Posts Tagged ‘career tips’

This Week’s Shot of Fresh: Ninjargon Masters, Epic Oscars Selfies, Customer Fealty, and Get Hired

Friday, March 7th, 2014
flickr user Mycael under CC BY License

flickr user Mycael under CC BY License

Shot of Fresh is our roundup of this week’s Fresh Ideas content.

Branding and Engagement Lessons From the Oscars

You may not have heard, but there was this selfie that broke Twitter … some famous people were in it? That and more insights into some things the Oscars did right – and not so right – on the branding and engagement front.

Create Goodwill to Gain Brand Advocates

“Discount Tire deprives of things to complain about. Fortunately, there are still politicians.” – My  dad. Aim to provide solid service and a great experience and watch your customer loyalty skyrocket.

PR Career Tips: Get Screened IN, Not OUT

You’re either in or you’re out, so best be in. Tressa Robbins shares tips from recruiters and PR pros from the PRSA St. Louis Career Development Day.

Jargonology Episode 8: Ninjargon

Tune in to the Jargonology season finale and determine whether you’re a ninjargon, or whether you just cause severe cases of ringage.

Young Professionals: St. Louis PRSA Pro-Am Day

Monday, March 1st, 2010

I had the pleasure of attending and serving on a career panel at the PRSA/PRSSA Pro-Am Day in St. Louis last week. (New PRSA president/CEO Gary McCormick was the luncheon speaker, but that’s for a future post here on BurrellesLuce Fresh Ideas.)  

 In this post I’d like to share some of the advice that was provided in the “Diary of Young STLPRSAproam-youngpro panelProfessionals” session.  Allison Hughes, Lara Golike, Tanya Kath and Phillip Cleveland served as panelists and answered questions from the Missouri and southern Illinois PRSSA members in attendance.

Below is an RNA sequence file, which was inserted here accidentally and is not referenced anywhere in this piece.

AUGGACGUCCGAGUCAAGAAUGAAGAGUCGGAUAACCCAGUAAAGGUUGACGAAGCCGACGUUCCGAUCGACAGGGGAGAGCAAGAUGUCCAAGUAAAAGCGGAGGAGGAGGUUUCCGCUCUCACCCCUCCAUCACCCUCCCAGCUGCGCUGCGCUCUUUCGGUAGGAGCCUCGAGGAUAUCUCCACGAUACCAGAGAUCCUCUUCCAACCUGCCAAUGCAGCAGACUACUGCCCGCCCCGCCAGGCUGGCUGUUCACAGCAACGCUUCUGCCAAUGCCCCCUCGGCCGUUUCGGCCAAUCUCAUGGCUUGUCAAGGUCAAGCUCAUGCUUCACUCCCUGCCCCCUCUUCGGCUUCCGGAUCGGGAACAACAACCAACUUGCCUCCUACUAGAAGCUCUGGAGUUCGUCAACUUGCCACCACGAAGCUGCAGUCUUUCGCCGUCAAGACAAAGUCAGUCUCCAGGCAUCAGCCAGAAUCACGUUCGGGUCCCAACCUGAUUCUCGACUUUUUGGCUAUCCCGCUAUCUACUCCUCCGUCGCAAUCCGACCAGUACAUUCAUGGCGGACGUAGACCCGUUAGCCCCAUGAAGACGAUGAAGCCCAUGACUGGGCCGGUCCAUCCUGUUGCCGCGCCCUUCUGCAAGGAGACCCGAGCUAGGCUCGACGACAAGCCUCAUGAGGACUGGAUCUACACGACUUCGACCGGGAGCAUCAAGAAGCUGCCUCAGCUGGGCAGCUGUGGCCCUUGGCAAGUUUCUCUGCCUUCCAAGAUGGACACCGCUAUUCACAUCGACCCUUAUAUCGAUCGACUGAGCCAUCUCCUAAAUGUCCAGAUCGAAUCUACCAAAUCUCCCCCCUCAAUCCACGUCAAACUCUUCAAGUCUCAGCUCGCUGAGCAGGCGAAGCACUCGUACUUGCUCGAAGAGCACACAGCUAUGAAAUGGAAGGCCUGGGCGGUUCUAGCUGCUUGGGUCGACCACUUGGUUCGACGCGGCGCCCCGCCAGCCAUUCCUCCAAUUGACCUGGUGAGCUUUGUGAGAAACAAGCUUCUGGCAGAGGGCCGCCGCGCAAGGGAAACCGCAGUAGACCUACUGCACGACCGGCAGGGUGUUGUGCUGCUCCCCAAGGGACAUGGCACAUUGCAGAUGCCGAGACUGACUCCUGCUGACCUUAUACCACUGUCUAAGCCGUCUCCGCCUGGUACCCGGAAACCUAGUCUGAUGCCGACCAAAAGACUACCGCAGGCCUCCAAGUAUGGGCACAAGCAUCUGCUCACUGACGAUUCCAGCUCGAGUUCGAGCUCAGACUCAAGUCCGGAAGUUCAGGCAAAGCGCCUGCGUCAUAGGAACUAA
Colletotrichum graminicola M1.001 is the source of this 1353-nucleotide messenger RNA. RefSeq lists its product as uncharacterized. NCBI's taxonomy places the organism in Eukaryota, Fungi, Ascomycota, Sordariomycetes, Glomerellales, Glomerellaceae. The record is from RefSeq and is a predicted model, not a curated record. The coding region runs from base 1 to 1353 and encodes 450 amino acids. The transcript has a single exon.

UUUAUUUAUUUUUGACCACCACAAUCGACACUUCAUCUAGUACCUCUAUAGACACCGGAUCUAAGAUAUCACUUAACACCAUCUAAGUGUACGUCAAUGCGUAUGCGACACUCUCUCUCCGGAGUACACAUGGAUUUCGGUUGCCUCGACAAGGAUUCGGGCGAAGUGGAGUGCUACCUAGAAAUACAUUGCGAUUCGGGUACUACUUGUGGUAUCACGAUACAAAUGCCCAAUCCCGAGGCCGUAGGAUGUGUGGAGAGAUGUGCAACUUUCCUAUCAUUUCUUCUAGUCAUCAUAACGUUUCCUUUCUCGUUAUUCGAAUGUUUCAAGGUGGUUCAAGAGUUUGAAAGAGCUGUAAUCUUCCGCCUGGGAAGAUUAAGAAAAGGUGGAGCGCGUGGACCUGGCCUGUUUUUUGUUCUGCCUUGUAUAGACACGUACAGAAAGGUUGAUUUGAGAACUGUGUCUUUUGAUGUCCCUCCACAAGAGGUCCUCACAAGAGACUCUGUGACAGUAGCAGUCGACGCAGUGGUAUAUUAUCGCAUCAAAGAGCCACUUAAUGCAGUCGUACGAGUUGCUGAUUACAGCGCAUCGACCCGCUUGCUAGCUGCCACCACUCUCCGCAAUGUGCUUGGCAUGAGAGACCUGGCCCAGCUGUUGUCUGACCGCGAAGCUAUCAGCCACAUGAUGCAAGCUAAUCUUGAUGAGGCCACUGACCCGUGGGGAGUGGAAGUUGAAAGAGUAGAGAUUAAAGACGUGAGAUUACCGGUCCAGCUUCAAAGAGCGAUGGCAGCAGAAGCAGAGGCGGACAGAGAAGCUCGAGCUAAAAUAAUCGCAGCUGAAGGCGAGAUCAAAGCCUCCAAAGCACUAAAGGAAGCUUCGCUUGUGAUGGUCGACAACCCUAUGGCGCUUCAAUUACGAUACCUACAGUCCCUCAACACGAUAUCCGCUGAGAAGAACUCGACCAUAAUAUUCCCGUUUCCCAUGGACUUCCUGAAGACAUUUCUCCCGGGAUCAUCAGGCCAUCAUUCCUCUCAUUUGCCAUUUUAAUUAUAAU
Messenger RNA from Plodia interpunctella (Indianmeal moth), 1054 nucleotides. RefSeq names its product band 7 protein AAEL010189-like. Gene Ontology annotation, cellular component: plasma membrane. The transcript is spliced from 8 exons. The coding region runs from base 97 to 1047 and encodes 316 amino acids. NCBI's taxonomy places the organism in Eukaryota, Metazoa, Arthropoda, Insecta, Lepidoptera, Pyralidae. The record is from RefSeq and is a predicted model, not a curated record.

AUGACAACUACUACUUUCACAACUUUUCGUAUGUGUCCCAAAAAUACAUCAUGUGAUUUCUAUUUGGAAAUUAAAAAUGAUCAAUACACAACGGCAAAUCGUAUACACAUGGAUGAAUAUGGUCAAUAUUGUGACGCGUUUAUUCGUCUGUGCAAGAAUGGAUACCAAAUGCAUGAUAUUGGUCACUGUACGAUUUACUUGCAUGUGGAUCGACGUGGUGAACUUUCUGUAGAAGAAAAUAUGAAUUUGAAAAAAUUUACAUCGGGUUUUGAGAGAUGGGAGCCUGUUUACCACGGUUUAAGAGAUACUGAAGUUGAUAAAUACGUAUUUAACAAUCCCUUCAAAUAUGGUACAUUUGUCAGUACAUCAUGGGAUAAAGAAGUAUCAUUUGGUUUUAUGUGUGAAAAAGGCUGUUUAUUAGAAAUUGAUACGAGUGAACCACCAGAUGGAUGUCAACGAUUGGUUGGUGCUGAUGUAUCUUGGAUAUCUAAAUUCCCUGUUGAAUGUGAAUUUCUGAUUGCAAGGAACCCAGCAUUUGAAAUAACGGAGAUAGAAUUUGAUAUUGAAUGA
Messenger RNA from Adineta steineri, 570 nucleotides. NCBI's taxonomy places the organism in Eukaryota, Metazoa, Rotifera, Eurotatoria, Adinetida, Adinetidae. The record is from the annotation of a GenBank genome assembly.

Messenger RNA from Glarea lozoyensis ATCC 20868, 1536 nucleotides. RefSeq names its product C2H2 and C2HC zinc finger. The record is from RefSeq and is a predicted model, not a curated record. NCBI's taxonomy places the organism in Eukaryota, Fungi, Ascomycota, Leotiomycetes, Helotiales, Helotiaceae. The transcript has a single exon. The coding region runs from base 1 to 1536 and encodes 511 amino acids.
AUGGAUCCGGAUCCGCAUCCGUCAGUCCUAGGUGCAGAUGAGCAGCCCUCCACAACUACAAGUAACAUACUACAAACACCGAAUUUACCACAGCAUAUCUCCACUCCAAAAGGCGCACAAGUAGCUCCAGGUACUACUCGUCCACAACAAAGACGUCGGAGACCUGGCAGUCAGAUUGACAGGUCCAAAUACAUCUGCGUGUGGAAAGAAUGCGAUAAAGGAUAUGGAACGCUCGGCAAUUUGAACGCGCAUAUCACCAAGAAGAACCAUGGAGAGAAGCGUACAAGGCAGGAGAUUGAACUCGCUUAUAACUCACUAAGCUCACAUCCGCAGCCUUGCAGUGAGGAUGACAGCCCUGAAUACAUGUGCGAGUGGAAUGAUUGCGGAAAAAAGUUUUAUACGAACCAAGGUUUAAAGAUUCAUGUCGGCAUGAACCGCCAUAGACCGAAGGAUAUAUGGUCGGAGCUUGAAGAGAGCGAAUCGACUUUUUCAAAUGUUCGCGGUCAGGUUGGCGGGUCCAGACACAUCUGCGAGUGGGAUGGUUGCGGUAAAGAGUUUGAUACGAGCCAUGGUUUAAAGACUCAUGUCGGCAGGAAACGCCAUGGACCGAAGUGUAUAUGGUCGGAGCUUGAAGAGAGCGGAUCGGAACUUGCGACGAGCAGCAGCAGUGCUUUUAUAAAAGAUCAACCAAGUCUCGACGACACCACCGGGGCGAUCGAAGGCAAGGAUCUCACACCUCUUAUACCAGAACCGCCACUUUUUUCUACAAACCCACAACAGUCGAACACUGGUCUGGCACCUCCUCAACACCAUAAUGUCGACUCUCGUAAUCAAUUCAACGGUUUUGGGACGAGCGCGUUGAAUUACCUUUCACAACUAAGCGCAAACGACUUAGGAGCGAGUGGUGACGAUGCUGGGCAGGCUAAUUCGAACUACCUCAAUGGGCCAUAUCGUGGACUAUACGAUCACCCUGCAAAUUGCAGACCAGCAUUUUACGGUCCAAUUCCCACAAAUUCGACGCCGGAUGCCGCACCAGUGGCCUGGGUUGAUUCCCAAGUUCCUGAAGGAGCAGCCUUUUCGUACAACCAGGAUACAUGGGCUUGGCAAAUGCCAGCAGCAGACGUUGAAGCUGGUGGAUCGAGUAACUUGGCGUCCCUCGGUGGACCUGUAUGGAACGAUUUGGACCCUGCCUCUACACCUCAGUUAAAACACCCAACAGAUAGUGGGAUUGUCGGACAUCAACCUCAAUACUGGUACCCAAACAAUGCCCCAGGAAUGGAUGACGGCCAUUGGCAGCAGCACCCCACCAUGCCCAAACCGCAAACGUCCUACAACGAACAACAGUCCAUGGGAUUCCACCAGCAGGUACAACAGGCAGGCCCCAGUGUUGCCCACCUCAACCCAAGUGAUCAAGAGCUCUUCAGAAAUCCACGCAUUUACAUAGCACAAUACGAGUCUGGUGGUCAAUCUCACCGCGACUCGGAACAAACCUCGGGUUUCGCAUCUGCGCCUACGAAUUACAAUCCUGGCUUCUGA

When asked for advice about entering the job market, the panel offered these points:

  • Don’t go in with a sense of entitlement. You’ll be “knocked down a peg” and only set yourself up for disappointment.
  • Not everyone works with clients immediately. While you should have a writing portfolio, you are still the “low man on the totem pole.”
  • With entry-level positions, you may have to jump through the hoops and prove yourself until acknowledged as a professional.  It can be a long road, but you must keep on until accepted.
  • In corporate PR there can be as many as ten approvals and red lines before something is given the go-ahead.
  • Not every office is like “Devil Wears Prada!”

As far as advice about job searching and what skills should be highlighted, the panel offered this guidance:

  1. Digital PR is a must. Agencies want to hire those that already have these skills. 
  2. Be sure Facebook, Twitter and other social media pages are “clean.” With Facebook, you can set privacy filters, but keep in mind that nothing is truly private on the web. 
  3. As far as skills to be highlighted, do NOT say you are a “people person.” 
  4. Include group projects (not just individual) as this demonstrates team work.
  5. Showcase achievements rather than activities. 
  6. Be prepared for an on-the-spot writing test.
  7. When interviewing, ask lots of questions before accepting a position so you know what you’re getting into.
  8. Early in your career (or even when doing internships) – diversify. Even if you know what area you want to go into, don’t pigeon-hole your experience.

Finally, panelists were asked about some the things they wish they’d learned more about in school, to which they responded:

  • AP Style (there’s even an app for that now!)
  • Social Media
  • Reading industry magazines and newsletters as well as thought-leaders blogs.

If your local PRSA, IABC, AMA or other group has a Pro-Am event, I’d encourage you to participate in any way that you are able.  What additional advice would you offer these about-to-be young PR pros?